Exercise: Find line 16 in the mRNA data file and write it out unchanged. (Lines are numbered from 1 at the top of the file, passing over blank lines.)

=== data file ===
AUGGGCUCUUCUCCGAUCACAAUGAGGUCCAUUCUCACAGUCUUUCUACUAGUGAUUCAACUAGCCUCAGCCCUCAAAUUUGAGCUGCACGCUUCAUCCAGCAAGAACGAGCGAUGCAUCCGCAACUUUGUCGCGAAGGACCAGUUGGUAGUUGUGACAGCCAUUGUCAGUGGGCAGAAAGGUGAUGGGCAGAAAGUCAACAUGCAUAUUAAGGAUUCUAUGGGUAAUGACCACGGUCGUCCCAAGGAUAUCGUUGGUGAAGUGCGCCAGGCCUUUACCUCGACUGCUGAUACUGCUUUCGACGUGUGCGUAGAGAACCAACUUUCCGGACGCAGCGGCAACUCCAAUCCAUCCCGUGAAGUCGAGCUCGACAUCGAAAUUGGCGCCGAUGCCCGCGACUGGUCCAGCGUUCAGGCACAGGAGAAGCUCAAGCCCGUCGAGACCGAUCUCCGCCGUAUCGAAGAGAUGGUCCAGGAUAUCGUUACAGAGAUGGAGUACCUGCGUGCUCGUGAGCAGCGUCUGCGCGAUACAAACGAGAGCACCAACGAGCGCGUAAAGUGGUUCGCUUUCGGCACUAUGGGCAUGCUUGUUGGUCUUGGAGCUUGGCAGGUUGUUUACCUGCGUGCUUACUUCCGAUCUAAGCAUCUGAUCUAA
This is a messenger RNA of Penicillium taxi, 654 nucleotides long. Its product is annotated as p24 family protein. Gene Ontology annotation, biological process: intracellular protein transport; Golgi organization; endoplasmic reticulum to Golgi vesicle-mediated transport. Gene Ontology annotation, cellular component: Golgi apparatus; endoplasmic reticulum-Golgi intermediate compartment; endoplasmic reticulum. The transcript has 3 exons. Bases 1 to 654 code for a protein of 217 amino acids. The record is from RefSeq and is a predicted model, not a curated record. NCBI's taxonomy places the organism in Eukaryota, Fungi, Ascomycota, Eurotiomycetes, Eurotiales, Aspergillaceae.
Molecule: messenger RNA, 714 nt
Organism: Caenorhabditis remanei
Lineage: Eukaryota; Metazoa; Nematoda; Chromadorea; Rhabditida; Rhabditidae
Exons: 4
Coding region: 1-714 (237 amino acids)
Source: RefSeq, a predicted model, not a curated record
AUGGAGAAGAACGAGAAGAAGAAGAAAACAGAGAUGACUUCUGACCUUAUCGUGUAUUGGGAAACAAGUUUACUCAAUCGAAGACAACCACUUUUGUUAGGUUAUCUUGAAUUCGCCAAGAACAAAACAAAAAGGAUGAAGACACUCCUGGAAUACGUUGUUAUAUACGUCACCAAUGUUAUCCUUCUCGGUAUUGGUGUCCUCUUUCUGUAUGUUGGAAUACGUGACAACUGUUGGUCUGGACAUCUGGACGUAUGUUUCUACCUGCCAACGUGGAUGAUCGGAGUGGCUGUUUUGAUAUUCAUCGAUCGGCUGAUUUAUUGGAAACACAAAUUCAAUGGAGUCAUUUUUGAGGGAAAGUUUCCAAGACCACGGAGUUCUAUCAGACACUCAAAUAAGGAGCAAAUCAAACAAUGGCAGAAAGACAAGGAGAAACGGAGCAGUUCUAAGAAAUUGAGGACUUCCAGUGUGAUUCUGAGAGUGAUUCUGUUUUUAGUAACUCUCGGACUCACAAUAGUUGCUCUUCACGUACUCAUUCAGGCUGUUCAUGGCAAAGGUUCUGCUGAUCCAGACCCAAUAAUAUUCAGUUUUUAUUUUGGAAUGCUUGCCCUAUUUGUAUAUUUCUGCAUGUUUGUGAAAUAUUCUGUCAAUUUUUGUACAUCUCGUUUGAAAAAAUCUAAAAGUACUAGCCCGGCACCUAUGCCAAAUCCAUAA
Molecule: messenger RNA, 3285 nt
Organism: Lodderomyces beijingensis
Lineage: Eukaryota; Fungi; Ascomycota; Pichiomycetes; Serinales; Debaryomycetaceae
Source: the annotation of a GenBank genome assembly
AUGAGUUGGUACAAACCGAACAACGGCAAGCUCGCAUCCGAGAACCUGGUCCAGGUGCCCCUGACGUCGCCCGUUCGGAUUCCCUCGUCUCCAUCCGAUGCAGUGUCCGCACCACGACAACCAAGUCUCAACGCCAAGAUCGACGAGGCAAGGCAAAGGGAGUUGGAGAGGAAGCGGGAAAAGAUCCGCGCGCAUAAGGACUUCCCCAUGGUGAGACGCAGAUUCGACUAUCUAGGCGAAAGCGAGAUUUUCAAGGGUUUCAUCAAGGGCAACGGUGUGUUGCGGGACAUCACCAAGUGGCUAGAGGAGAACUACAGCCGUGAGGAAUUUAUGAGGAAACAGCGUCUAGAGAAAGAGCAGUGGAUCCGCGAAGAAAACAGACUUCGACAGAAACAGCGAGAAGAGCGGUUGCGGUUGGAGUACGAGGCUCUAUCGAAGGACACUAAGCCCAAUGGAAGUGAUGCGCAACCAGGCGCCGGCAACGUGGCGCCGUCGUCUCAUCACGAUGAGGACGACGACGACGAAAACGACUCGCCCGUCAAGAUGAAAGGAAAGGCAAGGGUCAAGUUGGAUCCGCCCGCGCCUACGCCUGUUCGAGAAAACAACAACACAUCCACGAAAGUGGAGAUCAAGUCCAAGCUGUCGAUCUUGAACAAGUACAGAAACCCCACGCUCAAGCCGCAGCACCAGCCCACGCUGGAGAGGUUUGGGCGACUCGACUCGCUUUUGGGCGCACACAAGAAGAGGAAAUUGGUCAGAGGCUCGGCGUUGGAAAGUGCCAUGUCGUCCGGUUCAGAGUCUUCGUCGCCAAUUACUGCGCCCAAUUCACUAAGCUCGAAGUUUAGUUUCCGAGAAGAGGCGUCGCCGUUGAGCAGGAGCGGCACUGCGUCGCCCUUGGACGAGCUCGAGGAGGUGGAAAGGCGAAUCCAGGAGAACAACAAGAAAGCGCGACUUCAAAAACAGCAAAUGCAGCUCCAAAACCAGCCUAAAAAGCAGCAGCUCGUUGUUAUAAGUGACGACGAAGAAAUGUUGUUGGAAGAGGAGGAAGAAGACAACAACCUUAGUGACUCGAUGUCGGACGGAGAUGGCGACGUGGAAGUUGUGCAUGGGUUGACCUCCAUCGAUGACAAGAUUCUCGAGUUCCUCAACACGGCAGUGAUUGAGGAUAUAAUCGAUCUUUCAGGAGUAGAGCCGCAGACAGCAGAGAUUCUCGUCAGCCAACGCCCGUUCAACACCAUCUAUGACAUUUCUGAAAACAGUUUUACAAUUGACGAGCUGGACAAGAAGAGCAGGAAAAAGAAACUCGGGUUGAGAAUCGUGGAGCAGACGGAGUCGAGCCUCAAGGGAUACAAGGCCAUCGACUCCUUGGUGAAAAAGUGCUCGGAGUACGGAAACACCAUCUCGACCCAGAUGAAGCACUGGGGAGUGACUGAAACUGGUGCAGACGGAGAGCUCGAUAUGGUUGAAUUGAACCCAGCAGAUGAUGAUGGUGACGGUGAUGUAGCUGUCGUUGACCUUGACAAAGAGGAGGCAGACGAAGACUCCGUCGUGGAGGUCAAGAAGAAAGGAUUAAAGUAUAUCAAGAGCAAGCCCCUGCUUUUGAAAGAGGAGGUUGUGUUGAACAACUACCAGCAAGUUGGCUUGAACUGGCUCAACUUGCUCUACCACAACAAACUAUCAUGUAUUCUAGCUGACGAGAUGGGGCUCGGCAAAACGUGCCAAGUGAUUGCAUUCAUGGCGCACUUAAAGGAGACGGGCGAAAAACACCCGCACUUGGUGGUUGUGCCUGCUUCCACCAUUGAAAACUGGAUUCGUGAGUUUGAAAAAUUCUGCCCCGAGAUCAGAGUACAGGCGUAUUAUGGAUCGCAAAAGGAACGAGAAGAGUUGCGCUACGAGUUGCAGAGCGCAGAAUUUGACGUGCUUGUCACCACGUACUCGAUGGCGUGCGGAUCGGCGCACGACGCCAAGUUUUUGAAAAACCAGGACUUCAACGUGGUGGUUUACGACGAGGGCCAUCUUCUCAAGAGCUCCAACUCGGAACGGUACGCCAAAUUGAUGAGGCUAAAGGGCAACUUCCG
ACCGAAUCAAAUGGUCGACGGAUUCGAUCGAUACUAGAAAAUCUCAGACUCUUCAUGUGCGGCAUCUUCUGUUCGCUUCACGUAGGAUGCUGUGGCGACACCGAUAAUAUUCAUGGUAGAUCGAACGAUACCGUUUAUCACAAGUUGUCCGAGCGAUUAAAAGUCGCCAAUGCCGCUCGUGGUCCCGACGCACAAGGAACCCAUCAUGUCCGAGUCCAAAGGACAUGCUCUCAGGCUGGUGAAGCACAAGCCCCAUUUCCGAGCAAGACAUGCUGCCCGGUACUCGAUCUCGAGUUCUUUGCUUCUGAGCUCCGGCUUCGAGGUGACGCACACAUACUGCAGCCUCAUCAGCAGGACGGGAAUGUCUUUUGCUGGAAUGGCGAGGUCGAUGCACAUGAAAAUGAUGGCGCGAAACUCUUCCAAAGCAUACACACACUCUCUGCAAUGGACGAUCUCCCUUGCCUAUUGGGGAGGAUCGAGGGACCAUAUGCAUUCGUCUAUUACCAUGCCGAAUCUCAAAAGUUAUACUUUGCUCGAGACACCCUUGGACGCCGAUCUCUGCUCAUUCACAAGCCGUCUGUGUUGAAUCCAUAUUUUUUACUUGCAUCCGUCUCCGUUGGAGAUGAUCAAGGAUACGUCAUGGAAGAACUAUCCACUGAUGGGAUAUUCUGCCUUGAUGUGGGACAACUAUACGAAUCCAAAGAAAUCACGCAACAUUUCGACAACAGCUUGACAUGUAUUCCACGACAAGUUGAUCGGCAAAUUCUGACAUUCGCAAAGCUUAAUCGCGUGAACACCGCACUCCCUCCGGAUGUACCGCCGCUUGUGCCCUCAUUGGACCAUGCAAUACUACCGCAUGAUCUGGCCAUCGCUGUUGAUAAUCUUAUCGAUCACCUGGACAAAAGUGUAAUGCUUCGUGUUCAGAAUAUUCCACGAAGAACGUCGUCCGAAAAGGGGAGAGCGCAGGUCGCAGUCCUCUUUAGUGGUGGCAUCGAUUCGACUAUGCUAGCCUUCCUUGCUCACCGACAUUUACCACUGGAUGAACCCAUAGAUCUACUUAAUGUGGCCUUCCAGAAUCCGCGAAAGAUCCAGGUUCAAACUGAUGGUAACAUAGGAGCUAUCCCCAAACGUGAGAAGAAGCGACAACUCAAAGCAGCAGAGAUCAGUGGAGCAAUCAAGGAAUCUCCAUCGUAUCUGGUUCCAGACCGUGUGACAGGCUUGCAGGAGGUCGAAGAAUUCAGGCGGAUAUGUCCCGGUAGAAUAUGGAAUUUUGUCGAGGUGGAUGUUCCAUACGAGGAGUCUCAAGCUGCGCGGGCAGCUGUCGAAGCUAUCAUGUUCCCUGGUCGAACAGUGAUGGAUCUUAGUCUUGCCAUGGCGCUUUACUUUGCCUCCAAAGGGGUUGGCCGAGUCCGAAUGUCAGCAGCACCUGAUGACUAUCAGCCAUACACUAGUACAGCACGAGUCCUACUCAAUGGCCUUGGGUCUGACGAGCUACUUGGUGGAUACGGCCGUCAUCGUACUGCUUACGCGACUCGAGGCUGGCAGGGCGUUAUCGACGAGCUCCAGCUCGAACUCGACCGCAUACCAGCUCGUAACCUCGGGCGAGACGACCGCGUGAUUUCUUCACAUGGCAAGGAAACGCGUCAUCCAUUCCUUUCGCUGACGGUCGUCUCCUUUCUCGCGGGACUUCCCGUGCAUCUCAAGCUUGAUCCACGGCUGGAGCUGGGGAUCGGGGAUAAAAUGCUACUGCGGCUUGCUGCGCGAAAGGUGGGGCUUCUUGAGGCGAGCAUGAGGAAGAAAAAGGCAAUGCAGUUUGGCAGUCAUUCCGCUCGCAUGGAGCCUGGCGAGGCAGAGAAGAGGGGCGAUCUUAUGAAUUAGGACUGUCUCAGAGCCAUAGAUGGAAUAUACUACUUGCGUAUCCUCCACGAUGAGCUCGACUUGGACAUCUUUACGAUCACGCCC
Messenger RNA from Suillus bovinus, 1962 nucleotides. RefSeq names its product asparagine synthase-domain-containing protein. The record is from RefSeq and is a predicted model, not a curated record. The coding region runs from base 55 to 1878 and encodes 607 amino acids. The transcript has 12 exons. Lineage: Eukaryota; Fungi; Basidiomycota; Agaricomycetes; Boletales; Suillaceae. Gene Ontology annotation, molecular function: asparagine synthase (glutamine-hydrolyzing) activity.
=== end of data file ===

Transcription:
Messenger RNA from Suillus bovinus, 1962 nucleotides. RefSeq names its product asparagine synthase-domain-containing protein. The record is from RefSeq and is a predicted model, not a curated record. The coding region runs from base 55 to 1878 and encodes 607 amino acids. The transcript has 12 exons. Lineage: Eukaryota; Fungi; Basidiomycota; Agaricomycetes; Boletales; Suillaceae. Gene Ontology annotation, molecular function: asparagine synthase (glutamine-hydrolyzing) activity.